A plan to alter the configuration of the Ceduna School Community Library to provide greater space for early learning special needs children remains in a discussion phase.
Ceduna Area School – which operates the library alongside the Department of Education – engaged architects to review the layout of classrooms last year, due to a need to accommodate additional early learning special needs space.
The area of the library identified for reallocation would take away part of the administration space.
Former library staff member Chris Blums has expressed concerns about the potential reallocation.
She said in a letter to the Ceduna District Council – which provides financial assistance to the school enabling the library to be open outside of school hours – that school-related activities such as reading, studying and socialising in the space, and the use of the library by other community groups, would be “severely hampered by lack of space”.
She noted the library last year engaged a consultant to work on strategies to maximise productivity of space and to improve presentation to increase usage.
The library was then re-painted and $30,000 was spent on new shelving and signage.
Mrs Blums expressed concern redevelopment would cut shelving space and impact on study areas.
“I don’t want to see the library get too much smaller,” she said.
“I realise the needs of kids is the first priority, but we have spent all that money and it is an asset to the town.”
She said the library was used by students, for the young children’s storytime group, senior citizens, crochet club, and was a space to run school holiday courses.
“I spent 20 years with the library and saw it was a nice meeting place for people that is safe for children and the facilities and services it has are an asset,” Mrs Blums said.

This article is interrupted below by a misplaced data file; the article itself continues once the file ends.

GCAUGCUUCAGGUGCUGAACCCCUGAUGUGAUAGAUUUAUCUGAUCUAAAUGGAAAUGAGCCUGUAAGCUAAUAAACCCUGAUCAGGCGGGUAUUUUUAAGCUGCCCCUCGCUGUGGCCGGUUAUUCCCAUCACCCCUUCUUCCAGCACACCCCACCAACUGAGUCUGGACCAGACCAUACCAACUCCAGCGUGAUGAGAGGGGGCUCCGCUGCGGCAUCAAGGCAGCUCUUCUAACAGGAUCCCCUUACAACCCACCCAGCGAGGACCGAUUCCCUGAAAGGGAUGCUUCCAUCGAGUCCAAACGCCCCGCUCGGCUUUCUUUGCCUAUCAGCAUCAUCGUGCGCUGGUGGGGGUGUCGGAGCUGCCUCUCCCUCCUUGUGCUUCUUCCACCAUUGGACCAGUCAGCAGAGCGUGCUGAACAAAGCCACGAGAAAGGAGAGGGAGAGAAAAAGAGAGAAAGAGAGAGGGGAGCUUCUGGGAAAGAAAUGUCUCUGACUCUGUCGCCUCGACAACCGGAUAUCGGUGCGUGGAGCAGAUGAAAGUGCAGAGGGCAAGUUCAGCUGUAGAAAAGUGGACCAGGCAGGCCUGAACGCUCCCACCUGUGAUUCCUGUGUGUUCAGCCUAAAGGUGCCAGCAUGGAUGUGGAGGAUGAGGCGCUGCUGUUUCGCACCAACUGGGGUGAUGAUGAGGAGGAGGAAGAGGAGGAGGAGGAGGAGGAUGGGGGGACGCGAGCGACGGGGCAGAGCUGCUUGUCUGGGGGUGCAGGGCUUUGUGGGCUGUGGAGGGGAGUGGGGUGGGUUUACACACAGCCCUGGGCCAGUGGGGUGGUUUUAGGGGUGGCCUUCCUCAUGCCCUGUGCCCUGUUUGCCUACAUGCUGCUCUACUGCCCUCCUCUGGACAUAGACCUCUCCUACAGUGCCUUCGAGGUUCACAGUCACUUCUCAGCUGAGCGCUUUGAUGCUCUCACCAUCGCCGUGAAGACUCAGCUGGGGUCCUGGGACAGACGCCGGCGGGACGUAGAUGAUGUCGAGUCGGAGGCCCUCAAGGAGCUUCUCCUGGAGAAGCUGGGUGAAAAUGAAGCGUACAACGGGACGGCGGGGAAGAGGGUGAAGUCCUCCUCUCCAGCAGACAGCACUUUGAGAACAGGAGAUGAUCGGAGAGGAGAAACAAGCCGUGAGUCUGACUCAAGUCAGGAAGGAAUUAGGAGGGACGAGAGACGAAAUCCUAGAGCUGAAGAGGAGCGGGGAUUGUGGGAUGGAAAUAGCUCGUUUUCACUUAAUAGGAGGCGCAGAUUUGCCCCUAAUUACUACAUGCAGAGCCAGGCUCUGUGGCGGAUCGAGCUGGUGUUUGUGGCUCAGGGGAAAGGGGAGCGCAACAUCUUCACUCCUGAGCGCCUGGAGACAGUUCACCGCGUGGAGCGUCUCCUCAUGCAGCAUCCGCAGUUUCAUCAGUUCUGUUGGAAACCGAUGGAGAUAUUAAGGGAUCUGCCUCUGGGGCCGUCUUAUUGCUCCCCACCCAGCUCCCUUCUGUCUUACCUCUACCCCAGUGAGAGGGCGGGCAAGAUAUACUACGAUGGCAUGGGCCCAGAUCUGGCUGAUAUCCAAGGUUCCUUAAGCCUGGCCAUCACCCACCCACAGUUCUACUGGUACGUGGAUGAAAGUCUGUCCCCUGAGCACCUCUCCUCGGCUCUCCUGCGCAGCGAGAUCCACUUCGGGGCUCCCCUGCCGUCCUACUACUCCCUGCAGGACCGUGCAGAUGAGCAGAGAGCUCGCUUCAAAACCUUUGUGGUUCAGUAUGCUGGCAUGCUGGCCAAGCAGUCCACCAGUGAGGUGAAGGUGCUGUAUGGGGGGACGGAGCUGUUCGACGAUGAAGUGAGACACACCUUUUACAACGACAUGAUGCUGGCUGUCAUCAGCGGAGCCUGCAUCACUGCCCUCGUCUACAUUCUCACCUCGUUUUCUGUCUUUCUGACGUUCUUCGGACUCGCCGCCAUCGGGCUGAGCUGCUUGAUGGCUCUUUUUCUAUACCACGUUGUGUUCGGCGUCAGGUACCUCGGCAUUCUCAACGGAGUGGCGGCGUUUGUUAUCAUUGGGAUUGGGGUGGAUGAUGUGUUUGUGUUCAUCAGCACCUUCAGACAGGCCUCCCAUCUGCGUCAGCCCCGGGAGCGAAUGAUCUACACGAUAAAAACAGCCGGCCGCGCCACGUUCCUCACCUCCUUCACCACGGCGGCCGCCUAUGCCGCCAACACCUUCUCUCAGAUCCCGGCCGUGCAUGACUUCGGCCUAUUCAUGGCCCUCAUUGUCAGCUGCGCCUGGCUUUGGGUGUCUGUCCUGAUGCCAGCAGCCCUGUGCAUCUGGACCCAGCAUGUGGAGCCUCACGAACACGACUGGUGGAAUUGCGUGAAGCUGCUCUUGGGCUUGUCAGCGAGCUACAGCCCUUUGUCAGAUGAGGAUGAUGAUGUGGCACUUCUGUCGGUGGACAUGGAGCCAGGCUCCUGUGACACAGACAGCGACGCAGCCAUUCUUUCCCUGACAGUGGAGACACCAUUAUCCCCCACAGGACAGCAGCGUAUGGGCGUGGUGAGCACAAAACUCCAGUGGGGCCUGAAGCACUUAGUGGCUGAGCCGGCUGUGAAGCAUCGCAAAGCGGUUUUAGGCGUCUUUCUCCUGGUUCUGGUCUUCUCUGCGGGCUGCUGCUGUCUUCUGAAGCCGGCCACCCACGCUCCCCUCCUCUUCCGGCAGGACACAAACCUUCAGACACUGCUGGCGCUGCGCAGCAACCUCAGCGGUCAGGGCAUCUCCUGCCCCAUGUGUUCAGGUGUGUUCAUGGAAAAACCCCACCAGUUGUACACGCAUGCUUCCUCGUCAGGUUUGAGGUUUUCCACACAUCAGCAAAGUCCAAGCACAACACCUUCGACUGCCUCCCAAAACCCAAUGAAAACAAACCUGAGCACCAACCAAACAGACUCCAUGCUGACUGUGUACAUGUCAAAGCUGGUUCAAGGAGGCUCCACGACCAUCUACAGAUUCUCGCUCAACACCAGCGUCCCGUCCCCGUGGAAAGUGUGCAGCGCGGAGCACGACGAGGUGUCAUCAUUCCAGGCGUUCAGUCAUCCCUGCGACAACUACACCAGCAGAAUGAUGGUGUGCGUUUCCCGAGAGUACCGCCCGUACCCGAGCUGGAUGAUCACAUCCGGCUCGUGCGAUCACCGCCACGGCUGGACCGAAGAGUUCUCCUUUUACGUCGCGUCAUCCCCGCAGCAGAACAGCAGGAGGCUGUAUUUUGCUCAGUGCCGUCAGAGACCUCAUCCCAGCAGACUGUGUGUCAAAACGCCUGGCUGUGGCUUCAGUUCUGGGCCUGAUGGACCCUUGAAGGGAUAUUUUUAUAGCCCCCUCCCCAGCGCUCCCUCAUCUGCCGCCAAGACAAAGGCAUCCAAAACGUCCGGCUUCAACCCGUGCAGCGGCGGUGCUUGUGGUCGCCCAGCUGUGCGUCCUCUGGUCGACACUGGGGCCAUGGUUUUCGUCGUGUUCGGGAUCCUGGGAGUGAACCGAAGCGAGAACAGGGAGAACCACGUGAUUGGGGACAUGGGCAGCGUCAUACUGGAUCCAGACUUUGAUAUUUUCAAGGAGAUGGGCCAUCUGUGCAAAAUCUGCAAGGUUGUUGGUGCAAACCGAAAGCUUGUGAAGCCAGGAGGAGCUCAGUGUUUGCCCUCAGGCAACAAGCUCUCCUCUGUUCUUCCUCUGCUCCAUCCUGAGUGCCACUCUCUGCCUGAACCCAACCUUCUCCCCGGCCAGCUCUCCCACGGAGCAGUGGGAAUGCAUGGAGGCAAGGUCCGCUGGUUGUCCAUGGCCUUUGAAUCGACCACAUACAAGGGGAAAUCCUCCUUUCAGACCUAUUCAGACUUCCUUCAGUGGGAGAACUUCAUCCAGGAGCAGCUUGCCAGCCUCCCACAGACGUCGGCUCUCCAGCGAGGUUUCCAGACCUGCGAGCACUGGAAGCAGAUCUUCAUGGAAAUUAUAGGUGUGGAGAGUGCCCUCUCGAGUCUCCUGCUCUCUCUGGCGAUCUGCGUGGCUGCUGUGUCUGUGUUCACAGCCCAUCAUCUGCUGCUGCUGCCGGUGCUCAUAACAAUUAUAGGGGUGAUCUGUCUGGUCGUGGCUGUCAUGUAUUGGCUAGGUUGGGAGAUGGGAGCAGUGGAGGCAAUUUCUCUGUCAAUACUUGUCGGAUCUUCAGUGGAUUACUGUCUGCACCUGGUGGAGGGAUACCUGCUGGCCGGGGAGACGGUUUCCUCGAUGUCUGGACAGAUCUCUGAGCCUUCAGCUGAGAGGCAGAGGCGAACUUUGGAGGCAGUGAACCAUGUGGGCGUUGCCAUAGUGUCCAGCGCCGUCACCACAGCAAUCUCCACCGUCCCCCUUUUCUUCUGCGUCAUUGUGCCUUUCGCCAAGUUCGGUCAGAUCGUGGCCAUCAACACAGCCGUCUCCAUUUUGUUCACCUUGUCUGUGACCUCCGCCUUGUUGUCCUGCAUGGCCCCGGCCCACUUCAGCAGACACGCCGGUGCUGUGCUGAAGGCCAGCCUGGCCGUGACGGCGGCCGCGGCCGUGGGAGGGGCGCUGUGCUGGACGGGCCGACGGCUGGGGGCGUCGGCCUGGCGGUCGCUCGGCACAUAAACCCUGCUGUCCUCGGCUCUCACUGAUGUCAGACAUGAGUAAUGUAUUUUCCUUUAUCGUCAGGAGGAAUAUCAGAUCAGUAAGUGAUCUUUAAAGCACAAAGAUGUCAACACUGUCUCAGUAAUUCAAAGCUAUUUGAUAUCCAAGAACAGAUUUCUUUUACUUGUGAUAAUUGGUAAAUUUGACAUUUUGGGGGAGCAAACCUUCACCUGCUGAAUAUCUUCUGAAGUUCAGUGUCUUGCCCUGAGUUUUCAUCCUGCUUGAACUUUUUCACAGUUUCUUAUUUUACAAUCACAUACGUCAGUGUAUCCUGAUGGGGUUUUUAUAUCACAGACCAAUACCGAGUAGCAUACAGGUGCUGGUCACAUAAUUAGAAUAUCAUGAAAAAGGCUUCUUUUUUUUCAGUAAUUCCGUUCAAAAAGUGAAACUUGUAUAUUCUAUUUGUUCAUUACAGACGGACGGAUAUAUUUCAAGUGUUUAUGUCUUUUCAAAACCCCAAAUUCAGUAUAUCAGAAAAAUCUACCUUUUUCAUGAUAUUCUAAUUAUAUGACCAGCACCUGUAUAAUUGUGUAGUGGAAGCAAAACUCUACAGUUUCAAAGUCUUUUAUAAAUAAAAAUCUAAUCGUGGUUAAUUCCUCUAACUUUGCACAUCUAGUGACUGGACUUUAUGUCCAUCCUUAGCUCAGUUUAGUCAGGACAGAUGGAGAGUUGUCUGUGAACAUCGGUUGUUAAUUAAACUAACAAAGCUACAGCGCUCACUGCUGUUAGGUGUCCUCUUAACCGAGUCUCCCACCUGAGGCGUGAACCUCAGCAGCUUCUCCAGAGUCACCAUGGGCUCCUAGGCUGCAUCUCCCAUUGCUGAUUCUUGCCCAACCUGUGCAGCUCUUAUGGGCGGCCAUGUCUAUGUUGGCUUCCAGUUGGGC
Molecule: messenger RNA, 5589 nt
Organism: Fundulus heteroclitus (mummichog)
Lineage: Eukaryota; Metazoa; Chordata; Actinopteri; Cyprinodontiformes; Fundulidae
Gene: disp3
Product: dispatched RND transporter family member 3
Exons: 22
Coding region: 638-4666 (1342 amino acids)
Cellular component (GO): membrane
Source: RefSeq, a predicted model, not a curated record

“Senior citizens come in for a visit, the crochet club uses it every Thursday night and lots of tourists come in for the free internet.”
Community member Una Connellan organised and handed a petition, signed by 77 people, to the council asking it to reconsider any changes to the library.
School principal Andrew Gravestocks said any potential changes were still being discussed.
He also said there were no plans to close the library.
“There are no definitive plans to the changes to the layout of the library and special needs class,” Mr Gravestocks said.
“The library is open and running as usual.”
Mr Gravestocks added if anybody had concerns they could contact him at the school.
The council’s manager of governance Mark Hewitson prepared a report on the matter for the December council meeting.
While the council has no authority over the library’s space allocation, the council decided to write to Mr Gravestocks, the State Library Board and the education minister objecting to the reduction in usable space.
Councillor Peter Codrington said there needed to be enough space for all to operate.
“We want the library preserved as a facility for everybody in the community,” he said.